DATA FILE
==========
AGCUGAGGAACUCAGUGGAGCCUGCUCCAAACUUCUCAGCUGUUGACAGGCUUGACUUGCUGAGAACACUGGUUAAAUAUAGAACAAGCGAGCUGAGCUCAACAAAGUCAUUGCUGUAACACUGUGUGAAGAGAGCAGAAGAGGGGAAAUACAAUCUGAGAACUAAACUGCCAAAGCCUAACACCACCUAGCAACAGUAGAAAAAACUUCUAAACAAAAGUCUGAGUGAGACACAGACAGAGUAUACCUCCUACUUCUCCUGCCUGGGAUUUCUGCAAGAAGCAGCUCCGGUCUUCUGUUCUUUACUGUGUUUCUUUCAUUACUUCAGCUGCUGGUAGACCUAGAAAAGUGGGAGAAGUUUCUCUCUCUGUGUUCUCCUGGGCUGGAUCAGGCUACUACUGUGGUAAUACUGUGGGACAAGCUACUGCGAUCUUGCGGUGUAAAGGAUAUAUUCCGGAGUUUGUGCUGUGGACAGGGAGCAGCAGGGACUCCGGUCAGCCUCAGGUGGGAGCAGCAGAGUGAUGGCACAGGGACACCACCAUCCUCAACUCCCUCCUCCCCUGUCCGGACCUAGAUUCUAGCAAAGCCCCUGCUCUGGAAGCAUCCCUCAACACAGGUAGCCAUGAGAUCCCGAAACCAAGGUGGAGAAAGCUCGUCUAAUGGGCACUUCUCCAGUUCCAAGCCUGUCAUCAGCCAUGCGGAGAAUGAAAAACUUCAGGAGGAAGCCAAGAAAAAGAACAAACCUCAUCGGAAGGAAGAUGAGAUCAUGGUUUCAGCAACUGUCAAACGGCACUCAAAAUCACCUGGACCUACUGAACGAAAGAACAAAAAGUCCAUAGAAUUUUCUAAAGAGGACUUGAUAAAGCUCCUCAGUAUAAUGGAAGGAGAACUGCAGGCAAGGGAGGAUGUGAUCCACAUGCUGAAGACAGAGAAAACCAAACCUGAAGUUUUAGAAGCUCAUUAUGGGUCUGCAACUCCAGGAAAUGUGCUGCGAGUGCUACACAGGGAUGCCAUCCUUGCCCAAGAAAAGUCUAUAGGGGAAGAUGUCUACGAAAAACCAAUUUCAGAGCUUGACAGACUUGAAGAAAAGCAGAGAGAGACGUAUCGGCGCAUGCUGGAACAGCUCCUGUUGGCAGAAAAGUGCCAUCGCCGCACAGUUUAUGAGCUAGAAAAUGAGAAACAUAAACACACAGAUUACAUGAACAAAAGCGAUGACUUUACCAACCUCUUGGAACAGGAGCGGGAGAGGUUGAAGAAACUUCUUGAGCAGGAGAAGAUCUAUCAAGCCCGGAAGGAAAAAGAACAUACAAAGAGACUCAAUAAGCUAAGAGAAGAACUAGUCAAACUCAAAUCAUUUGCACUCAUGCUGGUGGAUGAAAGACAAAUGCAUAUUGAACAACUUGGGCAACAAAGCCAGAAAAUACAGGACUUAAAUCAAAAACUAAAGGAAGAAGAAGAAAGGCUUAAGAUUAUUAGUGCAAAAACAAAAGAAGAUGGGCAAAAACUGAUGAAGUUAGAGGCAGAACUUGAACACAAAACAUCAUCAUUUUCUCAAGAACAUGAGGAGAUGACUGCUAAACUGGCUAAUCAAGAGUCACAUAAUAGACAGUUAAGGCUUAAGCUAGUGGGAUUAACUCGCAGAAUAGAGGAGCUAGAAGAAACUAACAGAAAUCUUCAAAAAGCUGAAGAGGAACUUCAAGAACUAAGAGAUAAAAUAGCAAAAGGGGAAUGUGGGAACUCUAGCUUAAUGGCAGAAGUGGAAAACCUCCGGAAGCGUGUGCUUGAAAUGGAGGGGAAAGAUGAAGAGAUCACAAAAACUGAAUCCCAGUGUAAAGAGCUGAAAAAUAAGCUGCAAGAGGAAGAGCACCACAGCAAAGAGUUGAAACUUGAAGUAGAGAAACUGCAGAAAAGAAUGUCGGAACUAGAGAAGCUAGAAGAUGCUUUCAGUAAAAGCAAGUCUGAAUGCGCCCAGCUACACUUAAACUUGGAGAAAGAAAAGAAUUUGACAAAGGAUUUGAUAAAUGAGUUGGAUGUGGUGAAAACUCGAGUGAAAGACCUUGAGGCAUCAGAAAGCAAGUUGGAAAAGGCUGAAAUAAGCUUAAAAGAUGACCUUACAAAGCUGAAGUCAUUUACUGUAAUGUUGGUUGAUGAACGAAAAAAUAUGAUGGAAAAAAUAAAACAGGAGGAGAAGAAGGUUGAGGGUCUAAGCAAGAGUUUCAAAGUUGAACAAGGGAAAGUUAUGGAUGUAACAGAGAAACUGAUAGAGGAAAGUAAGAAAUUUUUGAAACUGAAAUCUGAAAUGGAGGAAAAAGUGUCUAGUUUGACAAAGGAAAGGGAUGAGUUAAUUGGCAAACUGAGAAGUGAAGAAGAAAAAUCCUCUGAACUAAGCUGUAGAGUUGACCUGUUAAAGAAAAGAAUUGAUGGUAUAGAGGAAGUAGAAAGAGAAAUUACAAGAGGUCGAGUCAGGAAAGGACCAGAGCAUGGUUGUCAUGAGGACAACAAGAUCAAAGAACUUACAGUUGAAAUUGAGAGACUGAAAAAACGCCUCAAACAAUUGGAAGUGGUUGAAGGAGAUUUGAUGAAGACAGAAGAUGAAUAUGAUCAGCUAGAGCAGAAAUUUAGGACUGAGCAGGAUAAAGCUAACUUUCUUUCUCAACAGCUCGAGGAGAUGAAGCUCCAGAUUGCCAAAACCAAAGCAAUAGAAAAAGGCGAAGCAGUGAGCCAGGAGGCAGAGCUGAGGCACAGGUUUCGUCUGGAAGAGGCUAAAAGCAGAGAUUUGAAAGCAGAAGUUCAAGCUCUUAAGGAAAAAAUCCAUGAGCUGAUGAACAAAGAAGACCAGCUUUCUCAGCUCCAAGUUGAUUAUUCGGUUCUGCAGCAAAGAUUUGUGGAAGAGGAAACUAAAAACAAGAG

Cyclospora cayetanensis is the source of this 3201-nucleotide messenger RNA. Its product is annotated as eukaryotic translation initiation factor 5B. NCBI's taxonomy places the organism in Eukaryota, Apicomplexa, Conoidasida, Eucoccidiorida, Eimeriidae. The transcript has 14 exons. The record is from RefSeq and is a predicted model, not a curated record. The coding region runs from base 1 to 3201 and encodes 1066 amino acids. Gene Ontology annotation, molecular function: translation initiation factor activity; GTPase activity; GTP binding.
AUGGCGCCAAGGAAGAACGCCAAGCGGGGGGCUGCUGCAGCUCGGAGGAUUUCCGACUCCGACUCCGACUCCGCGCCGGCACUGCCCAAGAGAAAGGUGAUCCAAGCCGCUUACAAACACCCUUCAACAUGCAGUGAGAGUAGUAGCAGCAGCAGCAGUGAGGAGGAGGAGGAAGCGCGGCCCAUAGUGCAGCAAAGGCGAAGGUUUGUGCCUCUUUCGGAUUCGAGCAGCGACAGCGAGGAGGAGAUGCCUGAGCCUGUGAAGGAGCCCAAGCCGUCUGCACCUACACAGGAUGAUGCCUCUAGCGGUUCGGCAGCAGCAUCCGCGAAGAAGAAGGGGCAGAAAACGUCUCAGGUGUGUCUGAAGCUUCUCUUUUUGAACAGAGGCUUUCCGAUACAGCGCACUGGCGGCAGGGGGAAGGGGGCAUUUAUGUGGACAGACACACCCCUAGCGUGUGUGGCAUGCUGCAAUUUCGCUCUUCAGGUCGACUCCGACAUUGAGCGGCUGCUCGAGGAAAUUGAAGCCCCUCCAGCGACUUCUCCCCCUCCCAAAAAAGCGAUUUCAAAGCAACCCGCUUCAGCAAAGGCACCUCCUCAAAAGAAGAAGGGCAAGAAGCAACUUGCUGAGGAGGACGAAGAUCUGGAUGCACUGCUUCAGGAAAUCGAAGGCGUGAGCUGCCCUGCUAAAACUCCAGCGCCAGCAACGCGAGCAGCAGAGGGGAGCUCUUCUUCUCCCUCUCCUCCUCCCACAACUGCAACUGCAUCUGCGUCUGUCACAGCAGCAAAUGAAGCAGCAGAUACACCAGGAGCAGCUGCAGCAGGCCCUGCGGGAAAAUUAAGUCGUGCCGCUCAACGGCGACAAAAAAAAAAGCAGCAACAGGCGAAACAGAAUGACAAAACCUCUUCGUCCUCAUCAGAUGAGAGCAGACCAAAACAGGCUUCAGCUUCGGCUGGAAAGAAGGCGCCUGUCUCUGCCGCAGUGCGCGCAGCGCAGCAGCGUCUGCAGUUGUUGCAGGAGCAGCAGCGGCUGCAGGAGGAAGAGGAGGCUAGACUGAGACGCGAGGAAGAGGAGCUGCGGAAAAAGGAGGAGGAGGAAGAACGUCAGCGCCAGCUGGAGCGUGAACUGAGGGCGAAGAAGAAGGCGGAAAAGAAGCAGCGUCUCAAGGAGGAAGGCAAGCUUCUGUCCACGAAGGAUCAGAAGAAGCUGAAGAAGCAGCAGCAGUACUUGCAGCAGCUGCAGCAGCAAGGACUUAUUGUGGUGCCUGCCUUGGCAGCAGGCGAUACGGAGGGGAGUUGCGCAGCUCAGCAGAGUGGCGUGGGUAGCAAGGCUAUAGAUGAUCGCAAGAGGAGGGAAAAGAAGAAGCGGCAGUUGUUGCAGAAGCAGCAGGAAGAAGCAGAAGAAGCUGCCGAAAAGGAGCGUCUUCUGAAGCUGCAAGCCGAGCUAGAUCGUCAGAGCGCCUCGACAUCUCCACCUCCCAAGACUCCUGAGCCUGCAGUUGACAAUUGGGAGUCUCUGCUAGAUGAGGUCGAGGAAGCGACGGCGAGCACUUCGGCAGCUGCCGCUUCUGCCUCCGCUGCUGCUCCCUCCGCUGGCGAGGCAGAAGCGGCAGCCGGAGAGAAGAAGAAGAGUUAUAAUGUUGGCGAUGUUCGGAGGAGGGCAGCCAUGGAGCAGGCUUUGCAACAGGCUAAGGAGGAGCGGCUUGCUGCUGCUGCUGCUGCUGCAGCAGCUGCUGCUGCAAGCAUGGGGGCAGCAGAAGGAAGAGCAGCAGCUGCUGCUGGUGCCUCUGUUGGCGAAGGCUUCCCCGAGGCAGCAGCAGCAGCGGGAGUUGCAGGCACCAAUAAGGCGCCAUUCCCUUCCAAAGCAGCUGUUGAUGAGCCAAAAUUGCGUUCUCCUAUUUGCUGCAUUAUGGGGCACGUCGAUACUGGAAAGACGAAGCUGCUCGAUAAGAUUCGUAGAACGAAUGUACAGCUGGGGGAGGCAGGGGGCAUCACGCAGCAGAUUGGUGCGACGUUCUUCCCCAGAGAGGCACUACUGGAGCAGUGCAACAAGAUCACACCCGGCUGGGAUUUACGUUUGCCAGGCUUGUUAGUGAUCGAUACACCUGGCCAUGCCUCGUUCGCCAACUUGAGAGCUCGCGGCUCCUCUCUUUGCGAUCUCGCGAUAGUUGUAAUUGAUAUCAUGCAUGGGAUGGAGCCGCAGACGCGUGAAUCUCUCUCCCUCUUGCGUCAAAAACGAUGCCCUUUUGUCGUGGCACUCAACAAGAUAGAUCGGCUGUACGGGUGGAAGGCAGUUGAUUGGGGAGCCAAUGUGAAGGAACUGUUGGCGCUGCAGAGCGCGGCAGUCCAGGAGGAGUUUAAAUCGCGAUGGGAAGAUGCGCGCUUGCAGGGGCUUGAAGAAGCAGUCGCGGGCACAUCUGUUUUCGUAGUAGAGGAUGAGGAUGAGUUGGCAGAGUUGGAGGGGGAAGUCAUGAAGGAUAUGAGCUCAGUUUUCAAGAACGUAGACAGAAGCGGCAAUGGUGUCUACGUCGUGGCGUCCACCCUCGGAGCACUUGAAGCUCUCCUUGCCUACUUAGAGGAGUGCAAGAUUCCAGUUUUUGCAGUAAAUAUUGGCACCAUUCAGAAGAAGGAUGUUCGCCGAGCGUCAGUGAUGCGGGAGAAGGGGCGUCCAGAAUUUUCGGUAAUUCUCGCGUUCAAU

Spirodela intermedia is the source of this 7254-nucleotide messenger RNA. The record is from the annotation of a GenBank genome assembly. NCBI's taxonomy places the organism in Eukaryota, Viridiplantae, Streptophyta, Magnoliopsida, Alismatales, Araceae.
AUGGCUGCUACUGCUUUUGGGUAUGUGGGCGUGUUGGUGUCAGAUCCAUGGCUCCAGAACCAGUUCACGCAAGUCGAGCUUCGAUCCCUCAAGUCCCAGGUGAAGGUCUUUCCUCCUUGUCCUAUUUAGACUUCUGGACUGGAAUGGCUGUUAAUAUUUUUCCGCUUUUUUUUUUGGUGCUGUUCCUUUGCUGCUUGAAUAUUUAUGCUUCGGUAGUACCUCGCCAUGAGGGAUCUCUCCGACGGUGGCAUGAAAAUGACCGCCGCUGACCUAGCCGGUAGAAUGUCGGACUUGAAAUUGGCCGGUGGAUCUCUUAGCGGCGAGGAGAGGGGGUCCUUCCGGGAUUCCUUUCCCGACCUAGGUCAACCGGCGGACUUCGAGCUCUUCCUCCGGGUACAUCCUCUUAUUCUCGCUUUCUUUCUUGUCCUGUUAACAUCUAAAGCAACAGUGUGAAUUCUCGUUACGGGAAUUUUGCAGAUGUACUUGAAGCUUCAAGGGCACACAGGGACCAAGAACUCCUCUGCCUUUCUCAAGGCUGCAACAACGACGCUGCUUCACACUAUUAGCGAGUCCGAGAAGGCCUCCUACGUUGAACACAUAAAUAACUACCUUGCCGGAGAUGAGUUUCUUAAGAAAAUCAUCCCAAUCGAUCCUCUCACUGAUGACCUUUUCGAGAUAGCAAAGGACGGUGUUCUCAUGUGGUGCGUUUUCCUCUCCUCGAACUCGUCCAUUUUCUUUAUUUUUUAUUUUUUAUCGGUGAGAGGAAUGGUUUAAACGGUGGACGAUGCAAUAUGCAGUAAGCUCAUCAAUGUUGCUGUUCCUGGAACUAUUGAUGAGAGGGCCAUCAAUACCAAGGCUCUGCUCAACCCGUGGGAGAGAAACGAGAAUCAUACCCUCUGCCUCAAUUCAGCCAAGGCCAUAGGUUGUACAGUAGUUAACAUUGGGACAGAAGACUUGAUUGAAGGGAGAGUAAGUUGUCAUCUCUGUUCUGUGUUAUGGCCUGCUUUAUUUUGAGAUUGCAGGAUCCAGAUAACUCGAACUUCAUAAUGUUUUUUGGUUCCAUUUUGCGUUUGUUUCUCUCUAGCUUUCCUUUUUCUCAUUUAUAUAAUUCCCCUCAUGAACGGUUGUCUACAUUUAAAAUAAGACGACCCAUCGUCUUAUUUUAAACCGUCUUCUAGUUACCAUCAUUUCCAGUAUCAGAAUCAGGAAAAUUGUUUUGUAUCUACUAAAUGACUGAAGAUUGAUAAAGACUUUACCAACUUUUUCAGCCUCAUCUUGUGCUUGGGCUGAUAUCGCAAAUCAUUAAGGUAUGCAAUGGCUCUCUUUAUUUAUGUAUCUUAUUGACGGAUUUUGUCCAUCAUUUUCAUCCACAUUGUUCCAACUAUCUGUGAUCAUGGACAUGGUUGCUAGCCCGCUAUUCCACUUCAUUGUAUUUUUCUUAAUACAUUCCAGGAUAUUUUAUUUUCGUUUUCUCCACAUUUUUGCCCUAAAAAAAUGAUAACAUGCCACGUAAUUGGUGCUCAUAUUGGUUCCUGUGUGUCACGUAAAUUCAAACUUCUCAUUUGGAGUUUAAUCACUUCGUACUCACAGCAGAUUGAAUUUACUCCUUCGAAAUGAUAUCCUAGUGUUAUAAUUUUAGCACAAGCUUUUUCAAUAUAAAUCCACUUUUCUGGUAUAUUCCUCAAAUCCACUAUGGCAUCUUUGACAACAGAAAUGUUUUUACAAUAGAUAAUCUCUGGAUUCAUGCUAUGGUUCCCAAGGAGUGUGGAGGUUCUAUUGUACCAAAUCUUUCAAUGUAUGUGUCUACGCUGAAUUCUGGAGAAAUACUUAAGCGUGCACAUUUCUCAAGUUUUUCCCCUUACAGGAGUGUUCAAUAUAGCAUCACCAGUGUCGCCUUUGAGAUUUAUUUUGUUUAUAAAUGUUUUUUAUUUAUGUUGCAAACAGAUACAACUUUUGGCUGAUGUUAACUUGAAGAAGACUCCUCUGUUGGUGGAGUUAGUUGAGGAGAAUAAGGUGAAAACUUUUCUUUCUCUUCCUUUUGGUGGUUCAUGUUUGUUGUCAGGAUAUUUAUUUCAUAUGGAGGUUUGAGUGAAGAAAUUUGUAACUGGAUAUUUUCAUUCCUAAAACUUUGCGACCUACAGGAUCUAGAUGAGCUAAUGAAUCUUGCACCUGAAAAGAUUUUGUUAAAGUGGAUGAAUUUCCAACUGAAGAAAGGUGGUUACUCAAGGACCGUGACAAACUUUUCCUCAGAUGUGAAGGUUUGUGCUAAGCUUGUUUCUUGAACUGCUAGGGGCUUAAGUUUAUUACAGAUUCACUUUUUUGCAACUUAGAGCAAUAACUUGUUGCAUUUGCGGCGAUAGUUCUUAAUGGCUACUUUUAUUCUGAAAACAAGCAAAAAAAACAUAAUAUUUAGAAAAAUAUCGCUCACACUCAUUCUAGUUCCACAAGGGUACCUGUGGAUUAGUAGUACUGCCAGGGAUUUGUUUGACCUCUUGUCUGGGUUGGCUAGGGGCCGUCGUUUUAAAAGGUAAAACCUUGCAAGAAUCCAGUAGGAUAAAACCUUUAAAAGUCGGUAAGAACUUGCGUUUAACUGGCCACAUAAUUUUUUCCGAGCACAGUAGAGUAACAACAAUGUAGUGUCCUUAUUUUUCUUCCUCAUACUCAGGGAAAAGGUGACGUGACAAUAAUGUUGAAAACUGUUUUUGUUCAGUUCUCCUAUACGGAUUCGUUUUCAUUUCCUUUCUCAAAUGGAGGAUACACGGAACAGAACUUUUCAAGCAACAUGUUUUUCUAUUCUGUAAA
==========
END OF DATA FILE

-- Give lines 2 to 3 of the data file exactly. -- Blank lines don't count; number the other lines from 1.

Cyclospora cayetanensis is the source of this 3201-nucleotide messenger RNA. Its product is annotated as eukaryotic translation initiation factor 5B. NCBI's taxonomy places the organism in Eukaryota, Apicomplexa, Conoidasida, Eucoccidiorida, Eimeriidae. The transcript has 14 exons. The record is from RefSeq and is a predicted model, not a curated record. The coding region runs from base 1 to 3201 and encodes 1066 amino acids. Gene Ontology annotation, molecular function: translation initiation factor activity; GTPase activity; GTP binding.
AUGGCGCCAAGGAAGAACGCCAAGCGGGGGGCUGCUGCAGCUCGGAGGAUUUCCGACUCCGACUCCGACUCCGCGCCGGCACUGCCCAAGAGAAAGGUGAUCCAAGCCGCUUACAAACACCCUUCAACAUGCAGUGAGAGUAGUAGCAGCAGCAGCAGUGAGGAGGAGGAGGAAGCGCGGCCCAUAGUGCAGCAAAGGCGAAGGUUUGUGCCUCUUUCGGAUUCGAGCAGCGACAGCGAGGAGGAGAUGCCUGAGCCUGUGAAGGAGCCCAAGCCGUCUGCACCUACACAGGAUGAUGCCUCUAGCGGUUCGGCAGCAGCAUCCGCGAAGAAGAAGGGGCAGAAAACGUCUCAGGUGUGUCUGAAGCUUCUCUUUUUGAACAGAGGCUUUCCGAUACAGCGCACUGGCGGCAGGGGGAAGGGGGCAUUUAUGUGGACAGACACACCCCUAGCGUGUGUGGCAUGCUGCAAUUUCGCUCUUCAGGUCGACUCCGACAUUGAGCGGCUGCUCGAGGAAAUUGAAGCCCCUCCAGCGACUUCUCCCCCUCCCAAAAAAGCGAUUUCAAAGCAACCCGCUUCAGCAAAGGCACCUCCUCAAAAGAAGAAGGGCAAGAAGCAACUUGCUGAGGAGGACGAAGAUCUGGAUGCACUGCUUCAGGAAAUCGAAGGCGUGAGCUGCCCUGCUAAAACUCCAGCGCCAGCAACGCGAGCAGCAGAGGGGAGCUCUUCUUCUCCCUCUCCUCCUCCCACAACUGCAACUGCAUCUGCGUCUGUCACAGCAGCAAAUGAAGCAGCAGAUACACCAGGAGCAGCUGCAGCAGGCCCUGCGGGAAAAUUAAGUCGUGCCGCUCAACGGCGACAAAAAAAAAAGCAGCAACAGGCGAAACAGAAUGACAAAACCUCUUCGUCCUCAUCAGAUGAGAGCAGACCAAAACAGGCUUCAGCUUCGGCUGGAAAGAAGGCGCCUGUCUCUGCCGCAGUGCGCGCAGCGCAGCAGCGUCUGCAGUUGUUGCAGGAGCAGCAGCGGCUGCAGGAGGAAGAGGAGGCUAGACUGAGACGCGAGGAAGAGGAGCUGCGGAAAAAGGAGGAGGAGGAAGAACGUCAGCGCCAGCUGGAGCGUGAACUGAGGGCGAAGAAGAAGGCGGAAAAGAAGCAGCGUCUCAAGGAGGAAGGCAAGCUUCUGUCCACGAAGGAUCAGAAGAAGCUGAAGAAGCAGCAGCAGUACUUGCAGCAGCUGCAGCAGCAAGGACUUAUUGUGGUGCCUGCCUUGGCAGCAGGCGAUACGGAGGGGAGUUGCGCAGCUCAGCAGAGUGGCGUGGGUAGCAAGGCUAUAGAUGAUCGCAAGAGGAGGGAAAAGAAGAAGCGGCAGUUGUUGCAGAAGCAGCAGGAAGAAGCAGAAGAAGCUGCCGAAAAGGAGCGUCUUCUGAAGCUGCAAGCCGAGCUAGAUCGUCAGAGCGCCUCGACAUCUCCACCUCCCAAGACUCCUGAGCCUGCAGUUGACAAUUGGGAGUCUCUGCUAGAUGAGGUCGAGGAAGCGACGGCGAGCACUUCGGCAGCUGCCGCUUCUGCCUCCGCUGCUGCUCCCUCCGCUGGCGAGGCAGAAGCGGCAGCCGGAGAGAAGAAGAAGAGUUAUAAUGUUGGCGAUGUUCGGAGGAGGGCAGCCAUGGAGCAGGCUUUGCAACAGGCUAAGGAGGAGCGGCUUGCUGCUGCUGCUGCUGCUGCAGCAGCUGCUGCUGCAAGCAUGGGGGCAGCAGAAGGAAGAGCAGCAGCUGCUGCUGGUGCCUCUGUUGGCGAAGGCUUCCCCGAGGCAGCAGCAGCAGCGGGAGUUGCAGGCACCAAUAAGGCGCCAUUCCCUUCCAAAGCAGCUGUUGAUGAGCCAAAAUUGCGUUCUCCUAUUUGCUGCAUUAUGGGGCACGUCGAUACUGGAAAGACGAAGCUGCUCGAUAAGAUUCGUAGAACGAAUGUACAGCUGGGGGAGGCAGGGGGCAUCACGCAGCAGAUUGGUGCGACGUUCUUCCCCAGAGAGGCACUACUGGAGCAGUGCAACAAGAUCACACCCGGCUGGGAUUUACGUUUGCCAGGCUUGUUAGUGAUCGAUACACCUGGCCAUGCCUCGUUCGCCAACUUGAGAGCUCGCGGCUCCUCUCUUUGCGAUCUCGCGAUAGUUGUAAUUGAUAUCAUGCAUGGGAUGGAGCCGCAGACGCGUGAAUCUCUCUCCCUCUUGCGUCAAAAACGAUGCCCUUUUGUCGUGGCACUCAACAAGAUAGAUCGGCUGUACGGGUGGAAGGCAGUUGAUUGGGGAGCCAAUGUGAAGGAACUGUUGGCGCUGCAGAGCGCGGCAGUCCAGGAGGAGUUUAAAUCGCGAUGGGAAGAUGCGCGCUUGCAGGGGCUUGAAGAAGCAGUCGCGGGCACAUCUGUUUUCGUAGUAGAGGAUGAGGAUGAGUUGGCAGAGUUGGAGGGGGAAGUCAUGAAGGAUAUGAGCUCAGUUUUCAAGAACGUAGACAGAAGCGGCAAUGGUGUCUACGUCGUGGCGUCCACCCUCGGAGCACUUGAAGCUCUCCUUGCCUACUUAGAGGAGUGCAAGAUUCCAGUUUUUGCAGUAAAUAUUGGCACCAUUCAGAAGAAGGAUGUUCGCCGAGCGUCAGUGAUGCGGGAGAAGGGGCGUCCAGAAUUUUCGGUAAUUCUCGCGUUCAAU